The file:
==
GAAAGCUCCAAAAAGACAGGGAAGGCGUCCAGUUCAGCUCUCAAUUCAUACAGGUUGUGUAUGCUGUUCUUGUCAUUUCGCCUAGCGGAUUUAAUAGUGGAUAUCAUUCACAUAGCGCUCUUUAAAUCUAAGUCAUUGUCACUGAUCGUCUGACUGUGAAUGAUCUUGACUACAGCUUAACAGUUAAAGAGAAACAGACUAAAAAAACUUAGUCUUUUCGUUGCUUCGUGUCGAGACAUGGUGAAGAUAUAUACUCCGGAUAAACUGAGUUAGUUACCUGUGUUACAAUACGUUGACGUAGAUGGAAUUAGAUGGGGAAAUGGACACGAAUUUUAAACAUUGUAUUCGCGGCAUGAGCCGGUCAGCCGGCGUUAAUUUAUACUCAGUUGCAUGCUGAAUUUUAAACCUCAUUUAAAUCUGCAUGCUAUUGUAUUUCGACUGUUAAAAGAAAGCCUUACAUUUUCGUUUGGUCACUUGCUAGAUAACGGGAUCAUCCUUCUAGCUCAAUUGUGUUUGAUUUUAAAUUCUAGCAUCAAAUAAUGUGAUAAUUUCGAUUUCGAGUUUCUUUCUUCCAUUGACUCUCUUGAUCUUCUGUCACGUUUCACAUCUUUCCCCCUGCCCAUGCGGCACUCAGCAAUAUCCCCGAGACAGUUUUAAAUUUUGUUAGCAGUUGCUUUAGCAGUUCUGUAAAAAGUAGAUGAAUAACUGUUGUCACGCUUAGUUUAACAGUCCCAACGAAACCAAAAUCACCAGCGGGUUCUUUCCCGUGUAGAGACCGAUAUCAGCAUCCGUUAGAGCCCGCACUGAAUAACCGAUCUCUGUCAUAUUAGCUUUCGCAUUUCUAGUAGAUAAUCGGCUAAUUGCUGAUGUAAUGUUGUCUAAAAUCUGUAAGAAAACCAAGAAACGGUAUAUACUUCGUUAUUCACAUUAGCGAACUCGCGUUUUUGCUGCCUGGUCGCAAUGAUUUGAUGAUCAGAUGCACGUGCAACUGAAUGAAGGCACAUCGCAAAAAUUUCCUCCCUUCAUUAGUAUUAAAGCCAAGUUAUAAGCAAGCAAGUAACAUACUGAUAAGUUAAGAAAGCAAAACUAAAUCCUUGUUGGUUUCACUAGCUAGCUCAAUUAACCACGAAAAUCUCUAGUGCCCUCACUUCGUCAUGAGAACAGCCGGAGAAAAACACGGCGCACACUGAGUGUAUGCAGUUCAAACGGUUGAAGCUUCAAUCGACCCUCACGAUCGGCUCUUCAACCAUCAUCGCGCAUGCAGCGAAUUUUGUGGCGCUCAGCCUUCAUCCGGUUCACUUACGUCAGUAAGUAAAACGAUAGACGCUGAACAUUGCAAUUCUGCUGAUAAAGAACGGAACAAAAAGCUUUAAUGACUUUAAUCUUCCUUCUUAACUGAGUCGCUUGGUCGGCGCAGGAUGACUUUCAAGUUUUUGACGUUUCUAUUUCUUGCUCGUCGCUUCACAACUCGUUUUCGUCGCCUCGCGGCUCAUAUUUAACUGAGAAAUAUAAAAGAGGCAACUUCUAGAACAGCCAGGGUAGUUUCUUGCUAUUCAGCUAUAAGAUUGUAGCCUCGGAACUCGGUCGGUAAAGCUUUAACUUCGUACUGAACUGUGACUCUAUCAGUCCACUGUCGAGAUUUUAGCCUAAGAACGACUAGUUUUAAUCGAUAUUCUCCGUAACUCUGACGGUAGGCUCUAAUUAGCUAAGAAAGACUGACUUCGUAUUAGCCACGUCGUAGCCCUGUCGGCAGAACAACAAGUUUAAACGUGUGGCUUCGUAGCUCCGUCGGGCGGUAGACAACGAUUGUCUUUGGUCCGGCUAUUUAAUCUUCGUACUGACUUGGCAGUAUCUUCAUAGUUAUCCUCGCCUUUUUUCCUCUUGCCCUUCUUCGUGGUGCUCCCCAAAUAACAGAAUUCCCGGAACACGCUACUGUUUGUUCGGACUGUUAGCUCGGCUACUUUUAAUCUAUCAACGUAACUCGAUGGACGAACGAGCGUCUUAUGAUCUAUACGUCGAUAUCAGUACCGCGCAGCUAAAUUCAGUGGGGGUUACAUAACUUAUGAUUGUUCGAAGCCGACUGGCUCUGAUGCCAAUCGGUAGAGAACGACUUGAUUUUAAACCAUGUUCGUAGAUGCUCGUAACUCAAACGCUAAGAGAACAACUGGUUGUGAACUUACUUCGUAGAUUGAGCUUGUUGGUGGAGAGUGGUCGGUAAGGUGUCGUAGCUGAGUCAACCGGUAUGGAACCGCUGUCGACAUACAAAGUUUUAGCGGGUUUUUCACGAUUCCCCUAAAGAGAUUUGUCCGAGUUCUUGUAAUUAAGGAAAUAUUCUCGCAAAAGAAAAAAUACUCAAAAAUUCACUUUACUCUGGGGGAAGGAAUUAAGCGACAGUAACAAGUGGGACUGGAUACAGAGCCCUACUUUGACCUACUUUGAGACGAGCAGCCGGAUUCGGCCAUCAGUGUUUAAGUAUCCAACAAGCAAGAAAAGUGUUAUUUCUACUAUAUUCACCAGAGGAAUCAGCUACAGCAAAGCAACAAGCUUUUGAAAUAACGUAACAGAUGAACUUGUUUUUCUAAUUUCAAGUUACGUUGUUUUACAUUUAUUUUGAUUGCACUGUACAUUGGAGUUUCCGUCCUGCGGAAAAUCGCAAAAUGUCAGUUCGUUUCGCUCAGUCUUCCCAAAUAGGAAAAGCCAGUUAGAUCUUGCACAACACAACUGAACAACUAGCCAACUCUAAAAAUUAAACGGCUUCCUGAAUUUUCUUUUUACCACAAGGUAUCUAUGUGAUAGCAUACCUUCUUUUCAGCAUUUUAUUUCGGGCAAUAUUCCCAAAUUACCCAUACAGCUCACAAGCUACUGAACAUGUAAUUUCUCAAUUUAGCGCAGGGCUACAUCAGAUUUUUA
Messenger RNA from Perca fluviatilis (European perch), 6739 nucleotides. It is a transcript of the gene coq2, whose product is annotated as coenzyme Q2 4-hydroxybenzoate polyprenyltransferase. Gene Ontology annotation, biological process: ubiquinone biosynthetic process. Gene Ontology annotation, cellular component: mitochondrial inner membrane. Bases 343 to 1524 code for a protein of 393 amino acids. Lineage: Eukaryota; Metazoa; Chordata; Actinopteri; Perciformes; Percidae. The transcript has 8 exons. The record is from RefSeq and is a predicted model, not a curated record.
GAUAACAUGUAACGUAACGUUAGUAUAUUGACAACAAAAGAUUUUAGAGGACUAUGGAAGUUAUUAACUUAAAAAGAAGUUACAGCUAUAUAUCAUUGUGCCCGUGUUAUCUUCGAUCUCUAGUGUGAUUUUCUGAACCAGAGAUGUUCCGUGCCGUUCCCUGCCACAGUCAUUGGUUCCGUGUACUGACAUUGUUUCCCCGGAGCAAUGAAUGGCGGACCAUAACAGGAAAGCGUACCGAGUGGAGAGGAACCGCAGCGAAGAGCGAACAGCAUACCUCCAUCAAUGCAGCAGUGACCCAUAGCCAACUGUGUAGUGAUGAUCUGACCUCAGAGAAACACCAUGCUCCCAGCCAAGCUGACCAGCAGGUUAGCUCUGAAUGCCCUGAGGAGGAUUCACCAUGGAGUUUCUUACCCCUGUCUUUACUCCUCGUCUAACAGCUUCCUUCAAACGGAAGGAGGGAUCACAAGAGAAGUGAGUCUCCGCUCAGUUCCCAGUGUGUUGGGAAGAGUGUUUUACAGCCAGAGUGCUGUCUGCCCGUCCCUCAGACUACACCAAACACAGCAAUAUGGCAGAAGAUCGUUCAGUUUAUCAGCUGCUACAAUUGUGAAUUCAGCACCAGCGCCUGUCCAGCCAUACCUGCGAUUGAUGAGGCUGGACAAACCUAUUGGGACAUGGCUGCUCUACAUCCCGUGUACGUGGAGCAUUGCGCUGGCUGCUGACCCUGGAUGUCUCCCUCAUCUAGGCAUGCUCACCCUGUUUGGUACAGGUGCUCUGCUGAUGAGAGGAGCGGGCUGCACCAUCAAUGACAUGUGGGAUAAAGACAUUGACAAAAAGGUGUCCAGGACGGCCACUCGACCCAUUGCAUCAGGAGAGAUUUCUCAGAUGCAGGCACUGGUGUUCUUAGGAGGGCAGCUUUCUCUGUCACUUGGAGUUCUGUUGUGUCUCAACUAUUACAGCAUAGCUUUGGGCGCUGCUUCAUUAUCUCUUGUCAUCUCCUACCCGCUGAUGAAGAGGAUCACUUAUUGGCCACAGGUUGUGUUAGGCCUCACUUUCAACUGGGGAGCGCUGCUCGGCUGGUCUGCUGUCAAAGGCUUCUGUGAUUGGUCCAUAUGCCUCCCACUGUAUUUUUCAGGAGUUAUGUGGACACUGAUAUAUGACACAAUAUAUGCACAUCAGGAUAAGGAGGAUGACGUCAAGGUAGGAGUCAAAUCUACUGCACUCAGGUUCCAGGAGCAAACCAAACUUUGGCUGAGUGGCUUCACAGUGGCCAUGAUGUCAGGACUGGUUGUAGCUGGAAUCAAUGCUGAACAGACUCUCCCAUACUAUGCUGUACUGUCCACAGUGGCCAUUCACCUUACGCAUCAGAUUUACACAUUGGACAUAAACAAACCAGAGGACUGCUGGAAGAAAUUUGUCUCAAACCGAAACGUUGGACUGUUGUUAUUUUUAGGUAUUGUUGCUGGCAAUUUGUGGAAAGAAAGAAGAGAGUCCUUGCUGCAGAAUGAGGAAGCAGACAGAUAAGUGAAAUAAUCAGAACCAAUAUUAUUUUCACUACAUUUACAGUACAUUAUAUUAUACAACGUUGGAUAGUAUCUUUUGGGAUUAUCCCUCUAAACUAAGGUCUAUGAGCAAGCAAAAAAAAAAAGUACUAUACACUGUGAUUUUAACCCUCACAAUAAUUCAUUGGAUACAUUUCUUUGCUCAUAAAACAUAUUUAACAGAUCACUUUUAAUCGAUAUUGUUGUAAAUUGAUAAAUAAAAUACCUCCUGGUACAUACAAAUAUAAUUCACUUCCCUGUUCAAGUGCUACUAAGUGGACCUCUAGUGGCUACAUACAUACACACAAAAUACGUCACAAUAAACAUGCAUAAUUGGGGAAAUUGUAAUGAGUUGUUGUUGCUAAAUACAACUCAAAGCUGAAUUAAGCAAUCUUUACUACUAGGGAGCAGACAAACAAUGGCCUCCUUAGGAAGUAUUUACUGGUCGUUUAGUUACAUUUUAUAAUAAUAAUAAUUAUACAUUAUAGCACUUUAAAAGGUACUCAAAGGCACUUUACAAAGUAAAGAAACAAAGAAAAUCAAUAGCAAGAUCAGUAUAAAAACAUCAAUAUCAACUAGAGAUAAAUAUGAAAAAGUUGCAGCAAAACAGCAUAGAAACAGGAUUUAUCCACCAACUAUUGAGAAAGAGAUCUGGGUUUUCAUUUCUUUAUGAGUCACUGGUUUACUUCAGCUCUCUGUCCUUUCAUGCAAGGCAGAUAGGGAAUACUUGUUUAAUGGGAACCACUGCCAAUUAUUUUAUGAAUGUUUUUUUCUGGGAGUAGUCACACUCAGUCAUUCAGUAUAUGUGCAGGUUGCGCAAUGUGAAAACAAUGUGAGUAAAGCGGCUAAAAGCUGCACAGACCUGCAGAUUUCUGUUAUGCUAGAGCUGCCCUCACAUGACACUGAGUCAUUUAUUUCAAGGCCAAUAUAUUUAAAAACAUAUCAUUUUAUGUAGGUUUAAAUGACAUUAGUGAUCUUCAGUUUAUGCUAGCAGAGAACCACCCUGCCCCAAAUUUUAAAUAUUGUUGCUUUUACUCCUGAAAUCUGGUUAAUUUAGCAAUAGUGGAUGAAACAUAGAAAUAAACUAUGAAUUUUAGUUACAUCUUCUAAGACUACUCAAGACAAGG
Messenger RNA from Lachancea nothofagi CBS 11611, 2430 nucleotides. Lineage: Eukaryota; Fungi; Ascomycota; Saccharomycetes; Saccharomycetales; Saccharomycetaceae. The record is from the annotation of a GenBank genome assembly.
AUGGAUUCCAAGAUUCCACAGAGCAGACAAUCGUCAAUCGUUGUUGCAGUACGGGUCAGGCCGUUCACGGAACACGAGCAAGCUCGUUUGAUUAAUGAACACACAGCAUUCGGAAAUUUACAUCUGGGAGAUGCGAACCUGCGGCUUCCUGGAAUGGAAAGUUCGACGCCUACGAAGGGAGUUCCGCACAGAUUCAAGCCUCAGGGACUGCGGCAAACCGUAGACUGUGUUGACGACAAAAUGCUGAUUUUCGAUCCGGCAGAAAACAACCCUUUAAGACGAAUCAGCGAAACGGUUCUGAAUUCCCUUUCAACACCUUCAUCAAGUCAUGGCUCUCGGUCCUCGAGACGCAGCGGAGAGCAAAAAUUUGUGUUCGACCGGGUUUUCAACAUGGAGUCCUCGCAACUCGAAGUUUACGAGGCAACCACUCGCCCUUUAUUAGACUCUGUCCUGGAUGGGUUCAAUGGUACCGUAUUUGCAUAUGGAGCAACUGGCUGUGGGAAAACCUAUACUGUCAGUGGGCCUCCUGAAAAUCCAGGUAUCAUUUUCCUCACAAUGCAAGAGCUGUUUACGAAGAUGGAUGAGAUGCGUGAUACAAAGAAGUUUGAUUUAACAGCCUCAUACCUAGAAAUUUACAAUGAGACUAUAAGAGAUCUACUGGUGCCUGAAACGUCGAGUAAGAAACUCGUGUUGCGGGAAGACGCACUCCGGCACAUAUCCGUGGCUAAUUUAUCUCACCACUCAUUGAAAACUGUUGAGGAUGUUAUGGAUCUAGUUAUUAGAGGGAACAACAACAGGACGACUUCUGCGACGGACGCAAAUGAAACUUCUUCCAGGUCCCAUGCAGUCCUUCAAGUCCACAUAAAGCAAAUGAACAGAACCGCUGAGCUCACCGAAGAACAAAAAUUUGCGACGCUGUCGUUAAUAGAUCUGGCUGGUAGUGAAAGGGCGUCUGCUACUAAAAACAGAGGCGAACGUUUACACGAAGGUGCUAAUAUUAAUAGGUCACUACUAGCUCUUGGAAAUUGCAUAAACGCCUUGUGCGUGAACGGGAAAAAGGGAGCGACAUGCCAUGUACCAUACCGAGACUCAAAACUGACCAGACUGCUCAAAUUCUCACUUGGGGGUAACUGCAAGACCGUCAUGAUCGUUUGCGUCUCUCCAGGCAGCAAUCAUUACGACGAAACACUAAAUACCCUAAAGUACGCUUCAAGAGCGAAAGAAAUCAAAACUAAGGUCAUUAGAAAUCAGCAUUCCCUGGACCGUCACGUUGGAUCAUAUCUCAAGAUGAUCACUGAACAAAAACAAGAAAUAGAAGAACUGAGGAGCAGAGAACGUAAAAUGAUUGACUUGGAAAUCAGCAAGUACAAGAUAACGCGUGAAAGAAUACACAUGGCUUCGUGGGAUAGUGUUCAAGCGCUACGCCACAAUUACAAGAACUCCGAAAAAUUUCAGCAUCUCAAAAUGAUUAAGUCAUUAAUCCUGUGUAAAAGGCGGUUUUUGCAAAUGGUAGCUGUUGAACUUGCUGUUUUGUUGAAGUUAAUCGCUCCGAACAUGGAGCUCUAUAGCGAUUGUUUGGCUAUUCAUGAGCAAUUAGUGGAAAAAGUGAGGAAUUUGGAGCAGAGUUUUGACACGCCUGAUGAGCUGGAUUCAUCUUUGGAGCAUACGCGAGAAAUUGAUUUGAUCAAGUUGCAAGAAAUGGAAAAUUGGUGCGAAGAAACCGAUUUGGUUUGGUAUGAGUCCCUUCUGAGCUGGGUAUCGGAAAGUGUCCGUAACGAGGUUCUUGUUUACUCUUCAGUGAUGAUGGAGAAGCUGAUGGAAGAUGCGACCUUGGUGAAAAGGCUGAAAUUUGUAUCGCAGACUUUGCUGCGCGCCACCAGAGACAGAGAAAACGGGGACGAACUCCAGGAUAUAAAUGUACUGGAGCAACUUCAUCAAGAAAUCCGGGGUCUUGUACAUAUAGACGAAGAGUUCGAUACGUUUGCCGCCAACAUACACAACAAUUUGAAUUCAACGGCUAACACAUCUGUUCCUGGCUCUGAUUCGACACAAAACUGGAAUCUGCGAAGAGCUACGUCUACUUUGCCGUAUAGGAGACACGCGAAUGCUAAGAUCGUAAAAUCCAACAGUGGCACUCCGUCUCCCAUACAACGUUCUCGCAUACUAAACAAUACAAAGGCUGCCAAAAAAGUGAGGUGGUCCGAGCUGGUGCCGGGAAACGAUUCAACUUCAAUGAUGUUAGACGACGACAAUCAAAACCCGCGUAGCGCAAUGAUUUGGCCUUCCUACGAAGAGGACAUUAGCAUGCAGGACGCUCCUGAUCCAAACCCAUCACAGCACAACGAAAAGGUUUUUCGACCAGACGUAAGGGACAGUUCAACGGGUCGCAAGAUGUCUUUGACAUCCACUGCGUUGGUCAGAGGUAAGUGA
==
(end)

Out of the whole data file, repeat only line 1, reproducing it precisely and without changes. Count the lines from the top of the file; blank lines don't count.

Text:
GAAAGCUCCAAAAAGACAGGGAAGGCGUCCAGUUCAGCUCUCAAUUCAUACAGGUUGUGUAUGCUGUUCUUGUCAUUUCGCCUAGCGGAUUUAAUAGUGGAUAUCAUUCACAUAGCGCUCUUUAAAUCUAAGUCAUUGUCACUGAUCGUCUGACUGUGAAUGAUCUUGACUACAGCUUAACAGUUAAAGAGAAACAGACUAAAAAAACUUAGUCUUUUCGUUGCUUCGUGUCGAGACAUGGUGAAGAUAUAUACUCCGGAUAAACUGAGUUAGUUACCUGUGUUACAAUACGUUGACGUAGAUGGAAUUAGAUGGGGAAAUGGACACGAAUUUUAAACAUUGUAUUCGCGGCAUGAGCCGGUCAGCCGGCGUUAAUUUAUACUCAGUUGCAUGCUGAAUUUUAAACCUCAUUUAAAUCUGCAUGCUAUUGUAUUUCGACUGUUAAAAGAAAGCCUUACAUUUUCGUUUGGUCACUUGCUAGAUAACGGGAUCAUCCUUCUAGCUCAAUUGUGUUUGAUUUUAAAUUCUAGCAUCAAAUAAUGUGAUAAUUUCGAUUUCGAGUUUCUUUCUUCCAUUGACUCUCUUGAUCUUCUGUCACGUUUCACAUCUUUCCCCCUGCCCAUGCGGCACUCAGCAAUAUCCCCGAGACAGUUUUAAAUUUUGUUAGCAGUUGCUUUAGCAGUUCUGUAAAAAGUAGAUGAAUAACUGUUGUCACGCUUAGUUUAACAGUCCCAACGAAACCAAAAUCACCAGCGGGUUCUUUCCCGUGUAGAGACCGAUAUCAGCAUCCGUUAGAGCCCGCACUGAAUAACCGAUCUCUGUCAUAUUAGCUUUCGCAUUUCUAGUAGAUAAUCGGCUAAUUGCUGAUGUAAUGUUGUCUAAAAUCUGUAAGAAAACCAAGAAACGGUAUAUACUUCGUUAUUCACAUUAGCGAACUCGCGUUUUUGCUGCCUGGUCGCAAUGAUUUGAUGAUCAGAUGCACGUGCAACUGAAUGAAGGCACAUCGCAAAAAUUUCCUCCCUUCAUUAGUAUUAAAGCCAAGUUAUAAGCAAGCAAGUAACAUACUGAUAAGUUAAGAAAGCAAAACUAAAUCCUUGUUGGUUUCACUAGCUAGCUCAAUUAACCACGAAAAUCUCUAGUGCCCUCACUUCGUCAUGAGAACAGCCGGAGAAAAACACGGCGCACACUGAGUGUAUGCAGUUCAAACGGUUGAAGCUUCAAUCGACCCUCACGAUCGGCUCUUCAACCAUCAUCGCGCAUGCAGCGAAUUUUGUGGCGCUCAGCCUUCAUCCGGUUCACUUACGUCAGUAAGUAAAACGAUAGACGCUGAACAUUGCAAUUCUGCUGAUAAAGAACGGAACAAAAAGCUUUAAUGACUUUAAUCUUCCUUCUUAACUGAGUCGCUUGGUCGGCGCAGGAUGACUUUCAAGUUUUUGACGUUUCUAUUUCUUGCUCGUCGCUUCACAACUCGUUUUCGUCGCCUCGCGGCUCAUAUUUAACUGAGAAAUAUAAAAGAGGCAACUUCUAGAACAGCCAGGGUAGUUUCUUGCUAUUCAGCUAUAAGAUUGUAGCCUCGGAACUCGGUCGGUAAAGCUUUAACUUCGUACUGAACUGUGACUCUAUCAGUCCACUGUCGAGAUUUUAGCCUAAGAACGACUAGUUUUAAUCGAUAUUCUCCGUAACUCUGACGGUAGGCUCUAAUUAGCUAAGAAAGACUGACUUCGUAUUAGCCACGUCGUAGCCCUGUCGGCAGAACAACAAGUUUAAACGUGUGGCUUCGUAGCUCCGUCGGGCGGUAGACAACGAUUGUCUUUGGUCCGGCUAUUUAAUCUUCGUACUGACUUGGCAGUAUCUUCAUAGUUAUCCUCGCCUUUUUUCCUCUUGCCCUUCUUCGUGGUGCUCCCCAAAUAACAGAAUUCCCGGAACACGCUACUGUUUGUUCGGACUGUUAGCUCGGCUACUUUUAAUCUAUCAACGUAACUCGAUGGACGAACGAGCGUCUUAUGAUCUAUACGUCGAUAUCAGUACCGCGCAGCUAAAUUCAGUGGGGGUUACAUAACUUAUGAUUGUUCGAAGCCGACUGGCUCUGAUGCCAAUCGGUAGAGAACGACUUGAUUUUAAACCAUGUUCGUAGAUGCUCGUAACUCAAACGCUAAGAGAACAACUGGUUGUGAACUUACUUCGUAGAUUGAGCUUGUUGGUGGAGAGUGGUCGGUAAGGUGUCGUAGCUGAGUCAACCGGUAUGGAACCGCUGUCGACAUACAAAGUUUUAGCGGGUUUUUCACGAUUCCCCUAAAGAGAUUUGUCCGAGUUCUUGUAAUUAAGGAAAUAUUCUCGCAAAAGAAAAAAUACUCAAAAAUUCACUUUACUCUGGGGGAAGGAAUUAAGCGACAGUAACAAGUGGGACUGGAUACAGAGCCCUACUUUGACCUACUUUGAGACGAGCAGCCGGAUUCGGCCAUCAGUGUUUAAGUAUCCAACAAGCAAGAAAAGUGUUAUUUCUACUAUAUUCACCAGAGGAAUCAGCUACAGCAAAGCAACAAGCUUUUGAAAUAACGUAACAGAUGAACUUGUUUUUCUAAUUUCAAGUUACGUUGUUUUACAUUUAUUUUGAUUGCACUGUACAUUGGAGUUUCCGUCCUGCGGAAAAUCGCAAAAUGUCAGUUCGUUUCGCUCAGUCUUCCCAAAUAGGAAAAGCCAGUUAGAUCUUGCACAACACAACUGAACAACUAGCCAACUCUAAAAAUUAAACGGCUUCCUGAAUUUUCUUUUUACCACAAGGUAUCUAUGUGAUAGCAUACCUUCUUUUCAGCAUUUUAUUUCGGGCAAUAUUCCCAAAUUACCCAUACAGCUCACAAGCUACUGAACAUGUAAUUUCUCAAUUUAGCGCAGGGCUACAUCAGAUUUUUA